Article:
12. Over the weekend we made a trip to Spandau, the citadel area of Berlin. Besides feasting on fresh summer fruits and inexpensive ice-cream, we visited and listened to an organ performance in Saint Nicholas Church, one of the oldest Gothic churches in the city.
13. We had lunch and beer at the biergarten (beer garden) in Brauhaus Spandau, where we also had pork knuckles and mixed platters of various pork cuts. This was not one of them, but patrons in the more traditional establishments can even bring their own food.
14. Metal poles mark the location of the Berlin Wall along Bernauer Straße, where residents felt the worst of the separation. Across the 20-odd years – after individuals were forced to evict, houses in the neighbourhood were demolished or had their entrances bricked up, and even subway stations were sealed – many East Germans tried to escape. The Berlin Wall Memorial is a must-go: artefacts and memorials are erected across the memorial site, the informative panels are coupled by poignant photographs (including those in the nearby museum), and there are accounts of German families who lived through the period.
15. Historical remnants are preserved, while some of the border fortifications were reconstructed to provide a visual account of this historical chapter.
16. Three of the six meals I had on a Sunday, when I café-hopped and travelled across the city. Bread pudding, macaron, and éclair at the first stop; frozen yoghurt and a peanut butter and chocolate stack at the third; chocolate crêpe and dark chocolate drink at the Ritter Sport store. There are many more quaint cafés across Berlin.
17. The Konzerthaus Berlin (Concert House Berlin). The concert hall is flanked by the Deutscher Dom (German Cathedral) on the left and the Französischer Dom (French Cathedral) on the right, and these buildings make for a great panoramic shot.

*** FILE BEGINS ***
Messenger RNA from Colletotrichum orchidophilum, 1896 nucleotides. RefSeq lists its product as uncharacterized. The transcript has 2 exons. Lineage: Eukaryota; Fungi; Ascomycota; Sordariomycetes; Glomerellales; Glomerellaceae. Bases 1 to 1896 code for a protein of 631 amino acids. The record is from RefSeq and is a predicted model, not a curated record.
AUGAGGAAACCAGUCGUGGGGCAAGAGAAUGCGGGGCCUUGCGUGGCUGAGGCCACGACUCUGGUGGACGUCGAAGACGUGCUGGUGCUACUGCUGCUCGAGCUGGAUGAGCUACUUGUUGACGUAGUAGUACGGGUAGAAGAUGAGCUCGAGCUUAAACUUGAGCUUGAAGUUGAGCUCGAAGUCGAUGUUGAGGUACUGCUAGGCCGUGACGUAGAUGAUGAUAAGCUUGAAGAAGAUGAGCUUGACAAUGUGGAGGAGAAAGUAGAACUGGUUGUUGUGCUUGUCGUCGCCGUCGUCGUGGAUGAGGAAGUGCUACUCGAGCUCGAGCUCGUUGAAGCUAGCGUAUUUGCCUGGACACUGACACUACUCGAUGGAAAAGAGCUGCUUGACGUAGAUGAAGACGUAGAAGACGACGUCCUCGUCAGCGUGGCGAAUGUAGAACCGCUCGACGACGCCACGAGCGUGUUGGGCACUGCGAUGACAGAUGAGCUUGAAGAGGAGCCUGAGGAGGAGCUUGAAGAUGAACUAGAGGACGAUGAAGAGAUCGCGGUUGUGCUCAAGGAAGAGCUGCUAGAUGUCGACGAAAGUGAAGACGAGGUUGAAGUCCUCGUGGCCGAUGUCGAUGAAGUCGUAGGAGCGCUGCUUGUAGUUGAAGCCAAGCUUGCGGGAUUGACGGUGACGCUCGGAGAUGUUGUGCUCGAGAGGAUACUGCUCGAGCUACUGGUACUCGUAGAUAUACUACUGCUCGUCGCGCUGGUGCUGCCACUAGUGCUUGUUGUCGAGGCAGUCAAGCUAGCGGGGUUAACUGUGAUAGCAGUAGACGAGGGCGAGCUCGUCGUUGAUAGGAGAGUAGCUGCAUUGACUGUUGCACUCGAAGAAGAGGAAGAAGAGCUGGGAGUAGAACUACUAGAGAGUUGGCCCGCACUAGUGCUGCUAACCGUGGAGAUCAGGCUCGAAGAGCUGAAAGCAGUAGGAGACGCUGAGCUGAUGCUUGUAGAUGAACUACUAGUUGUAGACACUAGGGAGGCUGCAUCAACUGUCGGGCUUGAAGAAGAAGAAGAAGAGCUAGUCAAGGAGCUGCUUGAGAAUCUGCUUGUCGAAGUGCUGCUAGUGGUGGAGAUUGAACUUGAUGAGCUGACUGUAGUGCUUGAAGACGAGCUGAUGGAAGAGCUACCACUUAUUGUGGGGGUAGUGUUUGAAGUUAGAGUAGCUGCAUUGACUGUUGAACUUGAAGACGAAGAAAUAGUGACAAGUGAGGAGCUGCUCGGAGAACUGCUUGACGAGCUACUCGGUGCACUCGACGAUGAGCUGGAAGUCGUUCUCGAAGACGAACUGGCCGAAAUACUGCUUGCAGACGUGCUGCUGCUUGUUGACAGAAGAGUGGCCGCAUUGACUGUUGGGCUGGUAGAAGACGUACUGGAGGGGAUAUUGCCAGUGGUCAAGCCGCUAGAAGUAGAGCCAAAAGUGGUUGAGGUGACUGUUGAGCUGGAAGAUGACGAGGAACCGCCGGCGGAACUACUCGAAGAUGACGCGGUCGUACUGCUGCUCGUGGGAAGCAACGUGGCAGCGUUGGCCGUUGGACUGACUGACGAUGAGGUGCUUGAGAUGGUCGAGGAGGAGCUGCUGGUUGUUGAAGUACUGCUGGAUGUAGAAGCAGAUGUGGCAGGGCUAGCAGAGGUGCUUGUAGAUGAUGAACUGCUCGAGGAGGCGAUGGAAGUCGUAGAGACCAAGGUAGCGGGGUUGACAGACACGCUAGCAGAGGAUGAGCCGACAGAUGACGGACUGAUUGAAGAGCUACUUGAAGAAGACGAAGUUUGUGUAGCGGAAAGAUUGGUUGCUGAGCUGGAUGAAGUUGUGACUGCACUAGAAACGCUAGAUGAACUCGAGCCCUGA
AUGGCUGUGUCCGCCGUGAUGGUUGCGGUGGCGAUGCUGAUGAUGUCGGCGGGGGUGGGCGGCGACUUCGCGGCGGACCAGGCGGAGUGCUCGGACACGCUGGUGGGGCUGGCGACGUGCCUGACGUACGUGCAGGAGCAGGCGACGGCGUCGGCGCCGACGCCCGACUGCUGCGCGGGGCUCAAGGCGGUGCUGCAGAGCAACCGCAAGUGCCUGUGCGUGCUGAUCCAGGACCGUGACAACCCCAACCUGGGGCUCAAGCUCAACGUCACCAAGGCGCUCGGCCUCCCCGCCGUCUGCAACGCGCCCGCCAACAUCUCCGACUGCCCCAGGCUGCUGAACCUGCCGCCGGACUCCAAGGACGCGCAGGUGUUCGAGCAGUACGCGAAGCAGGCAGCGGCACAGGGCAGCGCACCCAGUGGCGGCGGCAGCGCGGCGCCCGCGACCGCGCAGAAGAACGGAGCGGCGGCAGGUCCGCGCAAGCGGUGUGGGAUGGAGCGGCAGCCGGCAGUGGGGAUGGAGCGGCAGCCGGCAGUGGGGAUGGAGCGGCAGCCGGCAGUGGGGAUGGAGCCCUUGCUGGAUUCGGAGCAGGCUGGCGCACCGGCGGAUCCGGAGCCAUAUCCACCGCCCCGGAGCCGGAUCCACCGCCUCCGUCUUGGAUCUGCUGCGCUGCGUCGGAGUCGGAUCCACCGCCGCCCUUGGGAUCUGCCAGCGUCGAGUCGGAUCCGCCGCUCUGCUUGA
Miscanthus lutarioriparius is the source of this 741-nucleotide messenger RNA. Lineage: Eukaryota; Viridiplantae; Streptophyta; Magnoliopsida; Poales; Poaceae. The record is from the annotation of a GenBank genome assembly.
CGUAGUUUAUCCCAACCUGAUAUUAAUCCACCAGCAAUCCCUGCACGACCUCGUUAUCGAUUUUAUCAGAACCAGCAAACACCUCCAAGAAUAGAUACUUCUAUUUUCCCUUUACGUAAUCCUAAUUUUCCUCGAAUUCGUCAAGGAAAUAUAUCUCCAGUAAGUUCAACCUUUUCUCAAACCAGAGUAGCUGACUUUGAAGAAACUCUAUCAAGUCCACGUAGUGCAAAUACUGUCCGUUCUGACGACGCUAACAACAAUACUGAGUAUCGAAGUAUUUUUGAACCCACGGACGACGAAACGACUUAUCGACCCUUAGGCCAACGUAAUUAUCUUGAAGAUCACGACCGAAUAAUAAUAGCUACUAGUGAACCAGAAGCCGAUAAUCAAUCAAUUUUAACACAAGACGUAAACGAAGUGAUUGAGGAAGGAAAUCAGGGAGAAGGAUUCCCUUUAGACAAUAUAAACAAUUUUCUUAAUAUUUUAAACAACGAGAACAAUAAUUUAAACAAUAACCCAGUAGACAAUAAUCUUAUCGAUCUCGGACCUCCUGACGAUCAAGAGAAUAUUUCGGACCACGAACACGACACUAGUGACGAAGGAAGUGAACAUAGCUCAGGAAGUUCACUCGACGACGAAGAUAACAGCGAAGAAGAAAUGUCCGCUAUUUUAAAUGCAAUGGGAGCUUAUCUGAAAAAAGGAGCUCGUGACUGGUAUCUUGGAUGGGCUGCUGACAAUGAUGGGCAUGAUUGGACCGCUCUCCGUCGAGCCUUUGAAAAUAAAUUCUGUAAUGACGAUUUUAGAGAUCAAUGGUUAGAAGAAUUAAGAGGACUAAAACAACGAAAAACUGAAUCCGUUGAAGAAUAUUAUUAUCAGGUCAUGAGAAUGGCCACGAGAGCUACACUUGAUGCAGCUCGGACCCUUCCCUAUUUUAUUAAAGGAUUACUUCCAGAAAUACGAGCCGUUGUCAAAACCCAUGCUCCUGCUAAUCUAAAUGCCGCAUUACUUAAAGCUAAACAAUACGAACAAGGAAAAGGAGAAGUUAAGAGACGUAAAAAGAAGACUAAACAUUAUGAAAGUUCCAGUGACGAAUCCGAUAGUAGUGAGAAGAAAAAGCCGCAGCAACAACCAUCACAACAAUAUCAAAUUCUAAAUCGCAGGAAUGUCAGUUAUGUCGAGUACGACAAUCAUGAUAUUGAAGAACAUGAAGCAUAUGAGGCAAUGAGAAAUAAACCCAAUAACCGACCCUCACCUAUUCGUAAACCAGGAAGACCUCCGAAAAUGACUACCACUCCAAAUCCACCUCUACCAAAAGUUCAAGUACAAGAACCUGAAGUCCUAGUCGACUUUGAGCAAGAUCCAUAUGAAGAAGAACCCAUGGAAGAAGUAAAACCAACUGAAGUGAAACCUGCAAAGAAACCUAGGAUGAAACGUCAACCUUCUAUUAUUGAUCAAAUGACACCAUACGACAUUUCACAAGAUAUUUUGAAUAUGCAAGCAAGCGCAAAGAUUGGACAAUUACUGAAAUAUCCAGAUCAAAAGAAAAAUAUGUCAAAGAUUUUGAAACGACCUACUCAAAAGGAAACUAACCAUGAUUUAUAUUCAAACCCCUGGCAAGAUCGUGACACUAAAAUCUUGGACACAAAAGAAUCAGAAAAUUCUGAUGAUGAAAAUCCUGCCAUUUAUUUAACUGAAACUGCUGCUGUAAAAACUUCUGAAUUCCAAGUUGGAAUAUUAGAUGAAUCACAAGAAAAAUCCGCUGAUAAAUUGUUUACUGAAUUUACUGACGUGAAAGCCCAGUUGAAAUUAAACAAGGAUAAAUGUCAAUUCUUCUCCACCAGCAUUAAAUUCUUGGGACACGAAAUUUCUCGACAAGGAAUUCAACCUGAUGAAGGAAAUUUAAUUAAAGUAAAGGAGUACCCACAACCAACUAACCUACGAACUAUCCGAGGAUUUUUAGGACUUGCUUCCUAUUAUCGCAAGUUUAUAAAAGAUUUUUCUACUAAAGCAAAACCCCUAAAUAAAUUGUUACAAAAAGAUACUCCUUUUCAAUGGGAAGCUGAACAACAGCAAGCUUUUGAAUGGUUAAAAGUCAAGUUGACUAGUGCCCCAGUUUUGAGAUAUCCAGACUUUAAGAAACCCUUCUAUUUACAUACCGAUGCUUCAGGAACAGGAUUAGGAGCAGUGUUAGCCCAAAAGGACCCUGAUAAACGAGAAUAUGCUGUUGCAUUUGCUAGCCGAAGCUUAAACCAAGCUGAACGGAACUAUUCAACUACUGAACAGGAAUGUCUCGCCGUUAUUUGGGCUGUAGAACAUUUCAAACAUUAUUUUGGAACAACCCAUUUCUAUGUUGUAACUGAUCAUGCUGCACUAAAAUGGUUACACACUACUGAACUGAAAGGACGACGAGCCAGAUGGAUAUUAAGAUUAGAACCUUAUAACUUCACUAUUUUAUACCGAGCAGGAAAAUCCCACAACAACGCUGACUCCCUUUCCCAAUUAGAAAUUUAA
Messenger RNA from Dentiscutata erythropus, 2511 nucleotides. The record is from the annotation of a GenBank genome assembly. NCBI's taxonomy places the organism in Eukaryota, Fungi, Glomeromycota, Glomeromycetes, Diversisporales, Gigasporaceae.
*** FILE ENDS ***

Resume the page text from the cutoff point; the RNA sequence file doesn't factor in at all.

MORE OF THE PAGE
18. Denkmal für die ermordeten Juden Europas (Memorial to the Murdered Jews of Europe), which houses 2,711 concrete slabs and cost tens of millions to construct. It is one street away from the Brandenburger Tor, and we visited this memorial site during a free walking tour. Its significance is open to interpretation, but many have remarked the resemblance of the slabs to tombstones, to train-carts which transported many Jews to the concentration or extermination camps during the Second World War, and even to the camps themselves.
19. Humboldt-Universität zu Berlin (Humboldt University of Berlin) is one of the oldest universities in Berlin, and one of the most prestigious in Europe. 20,000 books from the school were burned by the Nazi regime in 1933, and there is now a monument (an underground white room with empty shelf space) and a plaque in the adjacent square.
20. Great brunch with the parents at Barcomi’s, a café housed in a nice courtyard. I had a cinnamon and raisin bagel with smoked salmon and a tomato cream cheese, while they shared ricotta waffles with strawberries, a four-cake platter (carrot cake, Oreo cheesecake, chocolate espresso, and raspberry cake), as well as a lemon cupcake.
21. The East Side Gallery, a 1.3-kilometre long section of the Berlin Wall.
22. Before we left for Munich, Germany on a sleeper train, we visited the Markthalle Neun for “Street Food Thursday”. The market hall was crowded with hungry diners (including a Finnish couple we met by chance) and small stands serving street food, and while we had pork buns and steak sandwiches the queues were the longest for the Asian cuisine.
* Not an advertisement, and also not sponsored (unfortunately).